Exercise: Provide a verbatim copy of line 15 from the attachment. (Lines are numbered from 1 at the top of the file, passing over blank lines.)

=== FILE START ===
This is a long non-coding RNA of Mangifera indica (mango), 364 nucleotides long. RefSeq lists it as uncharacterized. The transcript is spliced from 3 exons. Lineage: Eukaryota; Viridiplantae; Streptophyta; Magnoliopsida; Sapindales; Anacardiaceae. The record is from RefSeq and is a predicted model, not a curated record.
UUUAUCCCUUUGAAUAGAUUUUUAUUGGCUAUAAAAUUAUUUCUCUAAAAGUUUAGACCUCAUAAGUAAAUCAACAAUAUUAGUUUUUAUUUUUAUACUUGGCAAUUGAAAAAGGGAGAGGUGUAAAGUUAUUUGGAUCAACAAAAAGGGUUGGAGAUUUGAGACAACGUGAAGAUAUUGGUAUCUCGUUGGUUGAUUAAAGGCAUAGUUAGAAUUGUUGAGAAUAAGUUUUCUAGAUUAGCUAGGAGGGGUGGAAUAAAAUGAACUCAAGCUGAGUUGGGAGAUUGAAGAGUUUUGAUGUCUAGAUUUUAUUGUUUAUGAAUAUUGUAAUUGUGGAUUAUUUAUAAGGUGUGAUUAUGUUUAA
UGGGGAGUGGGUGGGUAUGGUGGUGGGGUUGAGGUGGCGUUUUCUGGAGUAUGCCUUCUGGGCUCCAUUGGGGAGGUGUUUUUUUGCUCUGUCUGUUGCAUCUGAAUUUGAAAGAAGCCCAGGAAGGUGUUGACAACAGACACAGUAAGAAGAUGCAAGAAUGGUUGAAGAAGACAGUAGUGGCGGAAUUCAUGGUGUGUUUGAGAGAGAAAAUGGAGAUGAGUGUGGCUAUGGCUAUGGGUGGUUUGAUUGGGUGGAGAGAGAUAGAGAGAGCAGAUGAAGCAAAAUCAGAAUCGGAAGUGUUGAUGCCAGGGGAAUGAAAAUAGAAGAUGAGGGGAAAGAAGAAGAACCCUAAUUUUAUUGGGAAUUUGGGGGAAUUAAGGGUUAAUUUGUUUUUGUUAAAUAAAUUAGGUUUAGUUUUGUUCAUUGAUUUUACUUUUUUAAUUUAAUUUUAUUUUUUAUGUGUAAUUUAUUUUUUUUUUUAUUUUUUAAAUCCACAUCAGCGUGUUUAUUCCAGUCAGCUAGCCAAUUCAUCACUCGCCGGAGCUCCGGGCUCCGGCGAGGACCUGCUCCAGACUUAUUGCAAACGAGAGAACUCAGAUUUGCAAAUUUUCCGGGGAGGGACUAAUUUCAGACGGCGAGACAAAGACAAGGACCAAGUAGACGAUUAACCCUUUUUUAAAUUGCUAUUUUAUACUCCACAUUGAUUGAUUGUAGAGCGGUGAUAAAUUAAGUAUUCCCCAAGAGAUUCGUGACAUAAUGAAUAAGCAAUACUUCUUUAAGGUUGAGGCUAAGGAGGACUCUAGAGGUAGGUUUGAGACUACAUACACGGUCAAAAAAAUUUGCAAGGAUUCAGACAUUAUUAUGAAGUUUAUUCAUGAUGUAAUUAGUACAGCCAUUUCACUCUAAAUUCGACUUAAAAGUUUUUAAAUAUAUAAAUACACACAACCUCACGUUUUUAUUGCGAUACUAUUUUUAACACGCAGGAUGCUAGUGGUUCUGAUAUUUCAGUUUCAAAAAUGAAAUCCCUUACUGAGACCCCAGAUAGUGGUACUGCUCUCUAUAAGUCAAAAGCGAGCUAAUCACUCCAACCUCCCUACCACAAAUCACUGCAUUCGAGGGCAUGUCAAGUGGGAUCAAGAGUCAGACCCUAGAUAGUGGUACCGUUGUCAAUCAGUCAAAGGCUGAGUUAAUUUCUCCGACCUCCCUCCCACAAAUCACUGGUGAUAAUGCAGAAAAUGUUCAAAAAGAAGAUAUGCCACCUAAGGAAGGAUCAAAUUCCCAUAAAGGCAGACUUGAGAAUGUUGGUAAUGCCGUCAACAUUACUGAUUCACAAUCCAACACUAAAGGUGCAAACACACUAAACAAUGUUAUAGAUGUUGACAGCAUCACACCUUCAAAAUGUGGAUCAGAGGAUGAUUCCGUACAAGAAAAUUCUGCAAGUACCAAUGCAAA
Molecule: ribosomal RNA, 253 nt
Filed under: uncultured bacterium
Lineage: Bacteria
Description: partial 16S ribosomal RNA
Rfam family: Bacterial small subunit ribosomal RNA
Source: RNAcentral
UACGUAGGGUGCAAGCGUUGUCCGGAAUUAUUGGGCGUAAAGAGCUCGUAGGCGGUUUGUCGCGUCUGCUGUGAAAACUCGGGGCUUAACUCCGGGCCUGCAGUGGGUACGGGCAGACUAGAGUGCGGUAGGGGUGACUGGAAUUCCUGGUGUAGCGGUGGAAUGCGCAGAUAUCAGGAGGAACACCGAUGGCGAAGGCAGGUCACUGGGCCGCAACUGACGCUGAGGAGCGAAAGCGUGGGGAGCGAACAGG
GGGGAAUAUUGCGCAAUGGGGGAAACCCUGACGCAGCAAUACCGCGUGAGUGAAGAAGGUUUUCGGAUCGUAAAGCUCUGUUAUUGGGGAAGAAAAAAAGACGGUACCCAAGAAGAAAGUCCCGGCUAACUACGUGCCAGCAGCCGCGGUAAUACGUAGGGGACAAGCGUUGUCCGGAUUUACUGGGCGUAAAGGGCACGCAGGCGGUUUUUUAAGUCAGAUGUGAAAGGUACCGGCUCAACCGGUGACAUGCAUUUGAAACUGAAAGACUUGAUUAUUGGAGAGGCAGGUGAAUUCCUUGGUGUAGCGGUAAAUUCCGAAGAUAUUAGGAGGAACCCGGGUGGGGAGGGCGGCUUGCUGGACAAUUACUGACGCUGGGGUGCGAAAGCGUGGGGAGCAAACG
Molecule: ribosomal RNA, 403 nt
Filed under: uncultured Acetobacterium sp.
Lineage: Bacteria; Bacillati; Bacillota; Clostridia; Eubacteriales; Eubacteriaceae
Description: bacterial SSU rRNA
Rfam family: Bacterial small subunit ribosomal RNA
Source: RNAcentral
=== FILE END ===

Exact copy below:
Description: bacterial SSU rRNA